If the mayhem continues in the PLL, I’m afraid that pushing and shoving, goal-mouth scrums, and retaliatory penalties will become more commonplace in college, scholastic, and even youth lacrosse. Why wouldn’t it? This is what we’re showing lacrosse fans on national TV; we’re being told that these are “the best players in the world.”
After a bench-clearing donnybrook between Loyola and Syracuse in the 1990 NCAA championship game, the NCAA passed rules to contain further incidents. If I’m not mistaken, players who stepped onto the field from the sideline would be ejected from the game, and players who were on the field were prohibited from crossing the midfield line to join an altercation, or they faced suspension, too. The emphasis was on controlling the chaos. To my knowledge, the rules did what they were intended to do, and fighting was generally removed from the game.
I don’t know when those rules were removed from the NCAA rule book, but when I looked for them this week, I couldn’t find any mention of that kind of game management. I always coached by those rules, and forbade my players from being tempted to join the fray.
Currently, NCAA Rule 5 Section 14 (on page 59) reads, “Fighting and Flagrant Misconduct. Fighting is defined as a player, substitute, nonplaying member of a squad, coach, or anyone officially connected with a team deliberately striking or attempting to strike anyone in a malicious manner, or leaving the bench or coaches area during an altercation. An individual participating in a fight or any other action deemed flagrant misconduct shall be charged with a three-minute non-releasable penalty, ejection from the game in which the violation occurred, and suspension from the team’s next regular-season intercollegiate game…”
At the scholastic level, similar definitions and penalties are described, but there’s currently nothing about sideline management or players joining in on the action, and with a two-man crew working so many scholastic games, I shudder to think how things could get out of hand in a heartbeat.
The bottom line is, I don’t know what rules the PLL has for fighting. It would be nice if fans (and players) could see something in black and white (if someone can point me to a helpful link, please feel free).
Admittedly, comparisons to the MLL are difficult for me. I haven’t watched as many games (because they haven’t had a lot of TV coverage) and I don’t recall many fights in the game I did watch. I don’t know who has fought or how (or if) they were punished.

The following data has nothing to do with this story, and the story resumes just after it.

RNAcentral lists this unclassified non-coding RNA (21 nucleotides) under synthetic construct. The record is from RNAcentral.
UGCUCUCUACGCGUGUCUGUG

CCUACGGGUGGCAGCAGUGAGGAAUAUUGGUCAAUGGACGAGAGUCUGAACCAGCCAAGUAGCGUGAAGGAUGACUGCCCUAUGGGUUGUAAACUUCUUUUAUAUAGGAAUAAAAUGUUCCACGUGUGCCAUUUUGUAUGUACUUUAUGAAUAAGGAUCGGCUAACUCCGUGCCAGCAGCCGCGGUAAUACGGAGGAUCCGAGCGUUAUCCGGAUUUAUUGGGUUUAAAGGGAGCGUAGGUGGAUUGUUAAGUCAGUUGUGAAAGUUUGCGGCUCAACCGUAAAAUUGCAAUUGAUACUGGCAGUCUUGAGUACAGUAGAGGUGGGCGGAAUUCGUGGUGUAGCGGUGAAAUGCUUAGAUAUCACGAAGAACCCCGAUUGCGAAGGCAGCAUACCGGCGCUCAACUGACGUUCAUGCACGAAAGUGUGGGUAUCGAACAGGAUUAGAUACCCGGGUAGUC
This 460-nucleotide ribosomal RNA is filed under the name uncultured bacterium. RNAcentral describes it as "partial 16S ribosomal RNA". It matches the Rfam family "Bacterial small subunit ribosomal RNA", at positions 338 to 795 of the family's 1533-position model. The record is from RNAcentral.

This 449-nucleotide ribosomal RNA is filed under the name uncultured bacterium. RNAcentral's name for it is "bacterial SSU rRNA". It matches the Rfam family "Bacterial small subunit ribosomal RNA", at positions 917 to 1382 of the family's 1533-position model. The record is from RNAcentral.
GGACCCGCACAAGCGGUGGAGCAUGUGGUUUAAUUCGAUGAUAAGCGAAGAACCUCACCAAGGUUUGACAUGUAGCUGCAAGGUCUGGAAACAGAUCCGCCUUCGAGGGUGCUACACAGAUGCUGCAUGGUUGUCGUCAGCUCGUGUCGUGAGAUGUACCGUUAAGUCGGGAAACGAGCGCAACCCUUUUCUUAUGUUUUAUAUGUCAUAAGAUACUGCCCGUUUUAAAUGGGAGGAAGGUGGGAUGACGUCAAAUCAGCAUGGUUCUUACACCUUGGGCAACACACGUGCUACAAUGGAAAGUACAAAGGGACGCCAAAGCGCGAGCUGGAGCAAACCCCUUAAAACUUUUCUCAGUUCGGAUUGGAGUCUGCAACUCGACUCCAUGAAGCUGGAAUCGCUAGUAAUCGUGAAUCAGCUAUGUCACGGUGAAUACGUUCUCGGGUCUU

But it looks like the PLL games on NBC and NBCSN are here to stay, at least for a while, and I’m going to keep watching. The games are exciting. The shortened field is a clever (genius?) way to produce transition, and I love it when a pole scores a two-pointer. I’m even starting to think I’ve got a favorite team.
But here are a couple more complaints:
Why play 48 minutes with a running clock? What’s the rush? Why would a pro game – with “the best players in the world,” remember – be shorter than high school JV game? Doesn’t make sense to me. The only answer I can think of is the two-hour TV time slot…
And why not provide complete box scores on the PLL website? As far as I can see, they provide only highlight videos and text recaps. If I could find a box score, I’d be able to say how many minutes so-and-so got for throwing a punch, or if my favorite player was suspended or just sent to the penalty box. Even D-III college games always have standardized STATCREW summaries available, and anyone can go on-line later to dissect all the action, compare man-up (not “power play”!) efficiency, ground balls, clearing percentages, etc. MLB has box scores, NBA has box scores (I imagine), and so does the NHL.
Sorry, folks, but I think the PLL still has a way to go.
Drive carefully, everyone!
- Dan Witmer
Dan Witmer is the author of two books. The Best of Road Trip Dad – the Laker Lacrosse Collection is an accumulation of 45 articles written for JustLacrosseUpstate between the years 2012 and 2018, about the history and traditions, the people, and the stories of the Oswego State men’s lacrosse program. The book is available on Amazon.com, and at the river’s end bookstore in Oswego, the SUNY Oswego College Store in the Marano Campus Center, The Sports Outfit on West Genesee Street in Fairmount, and Geared 2 Sports in Cortland. ...and piles to go before I sleep - The Book of Wit is his memoir describing his 33 year career teaching HS English and coaching at Hannibal Central School. It is available on Amazon.com and at the river's end bookstore.